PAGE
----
An operator's location (dish) latitude indicia numbered band 42 is correspondingly positioned on the end portion 13 of the main body member 11 as best seen in FIGS. 1, 2 and 6 of the drawings which allows for selective orientation of the device as follows.

In actual use, to determine if there is a clear line of site which is critical for positioning of the satellite receiving antenna (dish) (not shown) requires latitude and longitude position of the operator's location. For example, if the operator's location (dish) is determined to be forty degrees latitude and eighty-nine degrees west longitude, corresponding operator location latitude is set by adjusting the angle of the arm portion 19, best seen in FIG. 6 of the drawings by rotating the knob 29 and repositioning the arm's indicator mark at 43 to align with the number indicia forty-two on the end of the main body member 11 illustrated at 43A.

The operator's location (dish) longitudinal location of eighty-nine degrees west is set by locating the nearest ten degree mark closest the setting using the number indicia band 41 on cylinder 22 which would be “eighty degrees” and aligning it to the lower indicia number band 41A on the arm 19 to “zero”, then continuing turning the cylinder 22 in the same direction until the number indicia indicated as “nine” aligns with the next ten degree mark which would be “one seventy” as seen in FIG. 7 of the drawings.

In order to set the known orbital satellite location, specifically “longitude” the cylinder 24 is rotated with the attached eye piece 23 as seen in FIG. 8 of the drawings. If, for example, the satellite longitude is one hundred and nineteen degrees west, the cylinder 24 with eye piece 23 is rotated aligning the one hundred and ten degree west indicia number mark thereon with a lower indicia number band 40A to the number “zero”, then the cylinder is continued to be turned in the same direction until the nine degree west mark aligns with the next ten degree mark which would be one hundred and twenty as shown at 44 in the drawings.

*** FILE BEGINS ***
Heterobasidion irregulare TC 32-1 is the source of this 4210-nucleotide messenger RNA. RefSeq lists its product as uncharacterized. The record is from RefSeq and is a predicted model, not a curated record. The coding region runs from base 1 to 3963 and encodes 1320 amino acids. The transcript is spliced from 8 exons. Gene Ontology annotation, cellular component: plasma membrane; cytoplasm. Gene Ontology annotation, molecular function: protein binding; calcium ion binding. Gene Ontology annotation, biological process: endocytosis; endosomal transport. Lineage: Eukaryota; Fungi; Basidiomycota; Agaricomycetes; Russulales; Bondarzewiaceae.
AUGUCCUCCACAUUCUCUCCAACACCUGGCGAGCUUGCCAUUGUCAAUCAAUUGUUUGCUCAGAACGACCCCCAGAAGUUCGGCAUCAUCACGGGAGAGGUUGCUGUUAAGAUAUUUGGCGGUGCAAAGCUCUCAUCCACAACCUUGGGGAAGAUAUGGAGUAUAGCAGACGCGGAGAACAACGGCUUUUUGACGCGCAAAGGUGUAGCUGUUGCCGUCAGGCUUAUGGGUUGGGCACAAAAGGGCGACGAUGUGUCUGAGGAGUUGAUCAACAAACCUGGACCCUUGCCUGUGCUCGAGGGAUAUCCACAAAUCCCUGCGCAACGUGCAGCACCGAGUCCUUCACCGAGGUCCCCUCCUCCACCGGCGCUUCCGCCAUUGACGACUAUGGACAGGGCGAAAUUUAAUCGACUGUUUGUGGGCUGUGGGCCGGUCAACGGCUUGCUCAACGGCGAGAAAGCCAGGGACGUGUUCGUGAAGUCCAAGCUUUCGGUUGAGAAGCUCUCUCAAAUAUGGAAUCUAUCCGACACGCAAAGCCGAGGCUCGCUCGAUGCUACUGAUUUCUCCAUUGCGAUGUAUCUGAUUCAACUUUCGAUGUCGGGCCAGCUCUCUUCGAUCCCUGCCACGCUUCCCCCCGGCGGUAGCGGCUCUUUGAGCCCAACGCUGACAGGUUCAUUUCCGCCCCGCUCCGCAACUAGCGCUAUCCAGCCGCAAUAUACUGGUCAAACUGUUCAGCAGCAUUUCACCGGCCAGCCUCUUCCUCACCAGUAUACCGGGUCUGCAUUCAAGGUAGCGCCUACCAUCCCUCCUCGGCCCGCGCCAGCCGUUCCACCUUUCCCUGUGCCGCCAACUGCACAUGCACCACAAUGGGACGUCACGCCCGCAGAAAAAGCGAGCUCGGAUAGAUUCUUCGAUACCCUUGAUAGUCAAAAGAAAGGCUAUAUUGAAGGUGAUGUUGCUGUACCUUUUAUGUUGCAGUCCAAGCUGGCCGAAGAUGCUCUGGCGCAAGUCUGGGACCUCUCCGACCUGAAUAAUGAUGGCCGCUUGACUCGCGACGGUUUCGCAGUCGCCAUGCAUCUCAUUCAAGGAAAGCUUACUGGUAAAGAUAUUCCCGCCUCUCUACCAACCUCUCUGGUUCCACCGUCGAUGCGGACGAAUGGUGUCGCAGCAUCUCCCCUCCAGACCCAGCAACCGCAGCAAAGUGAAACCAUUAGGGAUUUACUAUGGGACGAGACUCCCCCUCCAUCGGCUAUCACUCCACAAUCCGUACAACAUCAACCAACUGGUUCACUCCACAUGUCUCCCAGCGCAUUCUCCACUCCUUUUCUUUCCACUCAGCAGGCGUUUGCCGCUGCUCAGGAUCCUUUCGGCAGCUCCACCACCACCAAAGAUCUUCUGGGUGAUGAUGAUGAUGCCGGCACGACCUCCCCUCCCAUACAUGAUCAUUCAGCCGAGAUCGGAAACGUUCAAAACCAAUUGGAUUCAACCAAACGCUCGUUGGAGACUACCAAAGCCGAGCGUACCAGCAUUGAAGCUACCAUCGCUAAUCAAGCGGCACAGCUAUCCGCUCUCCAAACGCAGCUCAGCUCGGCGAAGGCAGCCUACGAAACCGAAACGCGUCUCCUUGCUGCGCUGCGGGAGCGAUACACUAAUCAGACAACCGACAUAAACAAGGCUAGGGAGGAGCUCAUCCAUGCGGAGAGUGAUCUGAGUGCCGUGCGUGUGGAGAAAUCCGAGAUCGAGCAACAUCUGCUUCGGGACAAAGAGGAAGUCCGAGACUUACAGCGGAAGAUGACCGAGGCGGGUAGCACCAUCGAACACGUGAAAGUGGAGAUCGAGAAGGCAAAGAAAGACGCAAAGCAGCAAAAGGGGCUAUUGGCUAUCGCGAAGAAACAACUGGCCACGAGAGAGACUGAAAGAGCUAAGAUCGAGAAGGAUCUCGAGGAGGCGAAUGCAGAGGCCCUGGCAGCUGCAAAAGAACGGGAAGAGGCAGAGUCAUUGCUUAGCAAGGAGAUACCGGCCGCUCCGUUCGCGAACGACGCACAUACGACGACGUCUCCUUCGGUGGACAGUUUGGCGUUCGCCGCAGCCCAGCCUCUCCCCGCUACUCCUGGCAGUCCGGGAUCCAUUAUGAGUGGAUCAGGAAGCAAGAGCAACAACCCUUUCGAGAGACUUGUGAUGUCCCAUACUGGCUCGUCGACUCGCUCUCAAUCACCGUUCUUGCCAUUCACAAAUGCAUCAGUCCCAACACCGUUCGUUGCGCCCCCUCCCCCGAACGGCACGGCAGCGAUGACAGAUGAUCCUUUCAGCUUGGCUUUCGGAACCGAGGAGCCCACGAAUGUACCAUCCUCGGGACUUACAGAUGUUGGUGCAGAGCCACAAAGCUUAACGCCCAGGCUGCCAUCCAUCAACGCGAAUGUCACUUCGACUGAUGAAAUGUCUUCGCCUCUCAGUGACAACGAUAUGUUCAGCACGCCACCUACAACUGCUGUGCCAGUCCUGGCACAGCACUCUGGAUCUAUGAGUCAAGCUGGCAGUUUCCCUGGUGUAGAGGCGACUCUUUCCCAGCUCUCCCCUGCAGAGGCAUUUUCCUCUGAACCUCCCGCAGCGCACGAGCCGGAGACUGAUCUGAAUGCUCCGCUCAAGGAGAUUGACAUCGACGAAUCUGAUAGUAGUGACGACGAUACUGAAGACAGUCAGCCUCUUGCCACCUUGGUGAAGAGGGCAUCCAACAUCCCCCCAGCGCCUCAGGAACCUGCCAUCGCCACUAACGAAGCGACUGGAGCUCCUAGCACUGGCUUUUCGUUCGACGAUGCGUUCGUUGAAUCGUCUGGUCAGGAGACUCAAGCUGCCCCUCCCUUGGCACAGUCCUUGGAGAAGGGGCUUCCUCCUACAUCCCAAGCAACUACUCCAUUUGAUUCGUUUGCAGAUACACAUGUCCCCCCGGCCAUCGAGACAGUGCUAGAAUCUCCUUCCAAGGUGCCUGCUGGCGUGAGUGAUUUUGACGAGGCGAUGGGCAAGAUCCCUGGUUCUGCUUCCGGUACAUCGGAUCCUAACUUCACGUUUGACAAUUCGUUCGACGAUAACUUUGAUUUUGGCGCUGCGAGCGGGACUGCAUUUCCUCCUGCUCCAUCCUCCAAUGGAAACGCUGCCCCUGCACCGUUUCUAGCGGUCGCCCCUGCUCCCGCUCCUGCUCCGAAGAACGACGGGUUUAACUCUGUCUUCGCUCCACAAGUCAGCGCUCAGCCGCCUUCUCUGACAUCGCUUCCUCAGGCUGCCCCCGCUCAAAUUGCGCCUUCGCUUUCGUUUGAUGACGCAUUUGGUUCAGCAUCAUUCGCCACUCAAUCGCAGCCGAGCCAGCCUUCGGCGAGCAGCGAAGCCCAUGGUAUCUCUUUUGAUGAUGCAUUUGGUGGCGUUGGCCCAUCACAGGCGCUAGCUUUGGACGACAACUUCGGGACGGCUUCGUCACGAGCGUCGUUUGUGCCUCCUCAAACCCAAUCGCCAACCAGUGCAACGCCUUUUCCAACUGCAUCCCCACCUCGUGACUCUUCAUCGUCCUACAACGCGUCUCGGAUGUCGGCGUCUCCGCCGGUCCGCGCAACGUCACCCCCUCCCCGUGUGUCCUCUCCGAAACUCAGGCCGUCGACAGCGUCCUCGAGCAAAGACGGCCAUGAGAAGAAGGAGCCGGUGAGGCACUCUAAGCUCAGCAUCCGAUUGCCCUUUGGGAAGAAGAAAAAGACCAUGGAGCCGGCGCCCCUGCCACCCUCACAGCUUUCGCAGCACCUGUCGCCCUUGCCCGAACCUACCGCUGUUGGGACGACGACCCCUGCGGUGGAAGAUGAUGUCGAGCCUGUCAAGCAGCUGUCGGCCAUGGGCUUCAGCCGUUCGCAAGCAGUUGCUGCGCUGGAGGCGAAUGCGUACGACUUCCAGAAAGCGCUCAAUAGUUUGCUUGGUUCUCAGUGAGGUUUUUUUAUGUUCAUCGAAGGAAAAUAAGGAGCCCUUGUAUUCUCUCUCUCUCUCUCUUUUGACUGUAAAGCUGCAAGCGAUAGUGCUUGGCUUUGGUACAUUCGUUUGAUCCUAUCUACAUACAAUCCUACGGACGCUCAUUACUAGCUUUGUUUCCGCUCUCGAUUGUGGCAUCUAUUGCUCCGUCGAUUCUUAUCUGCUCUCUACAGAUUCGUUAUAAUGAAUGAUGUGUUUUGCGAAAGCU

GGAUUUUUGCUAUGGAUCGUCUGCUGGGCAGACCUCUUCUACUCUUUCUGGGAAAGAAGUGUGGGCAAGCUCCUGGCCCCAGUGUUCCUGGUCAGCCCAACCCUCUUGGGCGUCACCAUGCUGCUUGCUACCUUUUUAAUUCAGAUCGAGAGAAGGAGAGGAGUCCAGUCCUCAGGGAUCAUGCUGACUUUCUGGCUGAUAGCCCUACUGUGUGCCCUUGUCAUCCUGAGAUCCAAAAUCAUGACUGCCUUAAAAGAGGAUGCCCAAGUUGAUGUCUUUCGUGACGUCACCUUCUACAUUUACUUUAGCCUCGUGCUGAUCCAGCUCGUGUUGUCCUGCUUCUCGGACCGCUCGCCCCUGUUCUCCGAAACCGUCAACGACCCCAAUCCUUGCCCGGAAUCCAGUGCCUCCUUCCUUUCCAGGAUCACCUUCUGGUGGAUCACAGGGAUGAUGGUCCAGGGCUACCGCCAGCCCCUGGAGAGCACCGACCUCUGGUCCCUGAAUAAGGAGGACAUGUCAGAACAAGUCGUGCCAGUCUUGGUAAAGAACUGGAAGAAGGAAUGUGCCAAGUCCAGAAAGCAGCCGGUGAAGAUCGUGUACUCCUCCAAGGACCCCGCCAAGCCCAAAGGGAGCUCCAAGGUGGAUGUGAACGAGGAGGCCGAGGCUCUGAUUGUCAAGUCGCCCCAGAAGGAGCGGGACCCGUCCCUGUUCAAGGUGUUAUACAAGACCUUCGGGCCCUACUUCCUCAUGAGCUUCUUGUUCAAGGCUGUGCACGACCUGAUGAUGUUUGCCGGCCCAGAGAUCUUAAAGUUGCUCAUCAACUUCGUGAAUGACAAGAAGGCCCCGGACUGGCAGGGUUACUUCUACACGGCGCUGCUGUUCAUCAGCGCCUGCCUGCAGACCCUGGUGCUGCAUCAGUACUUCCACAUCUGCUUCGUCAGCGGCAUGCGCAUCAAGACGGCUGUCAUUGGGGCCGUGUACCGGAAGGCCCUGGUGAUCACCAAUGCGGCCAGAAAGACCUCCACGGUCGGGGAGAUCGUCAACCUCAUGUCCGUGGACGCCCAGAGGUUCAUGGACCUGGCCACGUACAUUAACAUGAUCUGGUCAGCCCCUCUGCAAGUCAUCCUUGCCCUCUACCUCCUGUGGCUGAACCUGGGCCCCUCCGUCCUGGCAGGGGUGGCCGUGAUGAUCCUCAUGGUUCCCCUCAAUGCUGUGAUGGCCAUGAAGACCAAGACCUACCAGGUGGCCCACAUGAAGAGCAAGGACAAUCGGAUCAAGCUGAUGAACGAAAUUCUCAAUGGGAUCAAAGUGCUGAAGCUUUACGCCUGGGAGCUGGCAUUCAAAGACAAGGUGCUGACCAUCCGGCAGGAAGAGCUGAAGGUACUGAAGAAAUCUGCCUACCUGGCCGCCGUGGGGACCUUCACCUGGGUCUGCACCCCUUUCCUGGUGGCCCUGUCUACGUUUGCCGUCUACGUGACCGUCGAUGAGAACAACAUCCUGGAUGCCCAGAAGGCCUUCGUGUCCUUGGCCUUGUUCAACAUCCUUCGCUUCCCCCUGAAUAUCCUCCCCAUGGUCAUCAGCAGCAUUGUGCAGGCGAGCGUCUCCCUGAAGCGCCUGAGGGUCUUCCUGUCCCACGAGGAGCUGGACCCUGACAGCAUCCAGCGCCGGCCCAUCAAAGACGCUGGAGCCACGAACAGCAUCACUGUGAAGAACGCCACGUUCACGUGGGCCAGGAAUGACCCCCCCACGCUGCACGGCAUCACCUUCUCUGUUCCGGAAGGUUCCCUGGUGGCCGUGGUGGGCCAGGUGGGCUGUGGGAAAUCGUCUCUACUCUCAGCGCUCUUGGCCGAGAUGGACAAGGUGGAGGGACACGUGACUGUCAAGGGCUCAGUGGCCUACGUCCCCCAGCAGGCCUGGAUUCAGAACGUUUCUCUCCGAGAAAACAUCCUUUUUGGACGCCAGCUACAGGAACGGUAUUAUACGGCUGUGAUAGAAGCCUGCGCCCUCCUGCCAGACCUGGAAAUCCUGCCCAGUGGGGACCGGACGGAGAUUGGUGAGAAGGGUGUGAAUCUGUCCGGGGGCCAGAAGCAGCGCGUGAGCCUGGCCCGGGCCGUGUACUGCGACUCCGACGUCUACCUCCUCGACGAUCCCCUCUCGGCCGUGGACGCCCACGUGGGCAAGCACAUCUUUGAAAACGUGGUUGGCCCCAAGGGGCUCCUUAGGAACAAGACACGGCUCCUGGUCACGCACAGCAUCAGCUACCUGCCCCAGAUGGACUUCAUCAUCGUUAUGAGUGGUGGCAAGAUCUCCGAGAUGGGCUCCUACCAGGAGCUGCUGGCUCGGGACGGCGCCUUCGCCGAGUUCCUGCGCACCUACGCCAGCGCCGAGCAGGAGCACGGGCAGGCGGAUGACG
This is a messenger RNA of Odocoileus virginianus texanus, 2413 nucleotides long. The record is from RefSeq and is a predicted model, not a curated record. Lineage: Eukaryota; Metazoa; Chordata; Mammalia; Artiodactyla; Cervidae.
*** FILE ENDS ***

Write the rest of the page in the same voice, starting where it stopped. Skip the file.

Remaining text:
The orientation of the satellite location device 10 is completed by leveling the main body member 11 by using the bubble level 34 and directionally by use of the built-in compass 32 to the southern sky direction by alignment to true north.

The satellite location device 10 of the invention is placed to emulate the proposed operator's location which is the location of the satellite receiving dish antenna (not shown). The user then visually sites through the siting tube 25 to determine if there are any objects within the site line so indicated. There should be no objects within the site line so indicated for proper placement of the satellite antenna (not shown) which is critical to proper reception which will be well known and understood by those skilled in the art.

After use or for transportation and storage, the knob 29 of the device is rotated allowing the arm 19 to pivot downwardly as indicated by the arrow A in FIG. 2 of the drawings in broken lines and be enclosed up into the storage cavity at 45 that extends inwardly from the base of the main body member 11 shown in dotted lines in FIG. 2 of the drawings. It will be evident that for storage the eye piece 23 and interconnected cylinder 24 must be rotated into a transverse alignment position relative the longitudinal axis of the arm 19 so as to be concealed within the storage cavity 45.

It will be seen that a new and novel satellite antenna location device has been described that can allow the operator to assess before actual installation for proper positioning of a satellite reception antenna assuring the best satellite reception can be obtained by the user.

It will be apparent to those skilled in the art that various changes and modifications may be made therein without departing from the spirit of the invention.

Patent Citations
Cited PatentFiling datePublication dateApplicantTitle
US4674873 *Sep 17, 1984Jun 23, 1987Zegarski Anthony JSatellite locator apparatus
US5274926Dec 3, 1992Jan 4, 1994Kelly DillonAntenna aiming instrument
US5760739Sep 26, 1996Jun 2, 1998Pauli; Richard A.Method and apparatus for aiming a directional antenna
US6538613Jan 20, 2000Mar 25, 2003Nokia CorporationArrangement for aiming a radio link antenna
US6683581Dec 29, 2000Jan 27, 2004Bellsouth Intellectual Property CorporationAntenna alignment devices
US20020005816Jun 14, 2001Jan 17, 2002Carroll GintherSatellite dish antenna alignment device
Referenced by
Citing PatentFiling datePublication dateApplicantTitle
US7308766 *Jan 9, 2006Dec 18, 2007Rodney Leroie WallaceSatellite antenna alignment device and method
US20070157482 *Jan 9, 2006Jul 12, 2007Wallace Rodney LSatellite antenna alignment device and method
U.S. Classification343/894, 343/760, 342/359, 33/348, 33/352
International ClassificationH01Q3/00
Cooperative ClassificationH01Q1/2216, H01Q3/08, H01Q19/13
European ClassificationH01Q3/08, H01Q19/13, H01Q1/22C2
Legal Events
Aug 17, 2010FPAYFee payment
Year of fee payment: 4
Oct 10, 2014REMIMaintenance fee reminder mailed
Feb 27, 2015LAPSLapse for failure to pay maintenance fees
Apr 21, 2015FPExpired due to failure to pay maintenance fee
Effective date: 20150227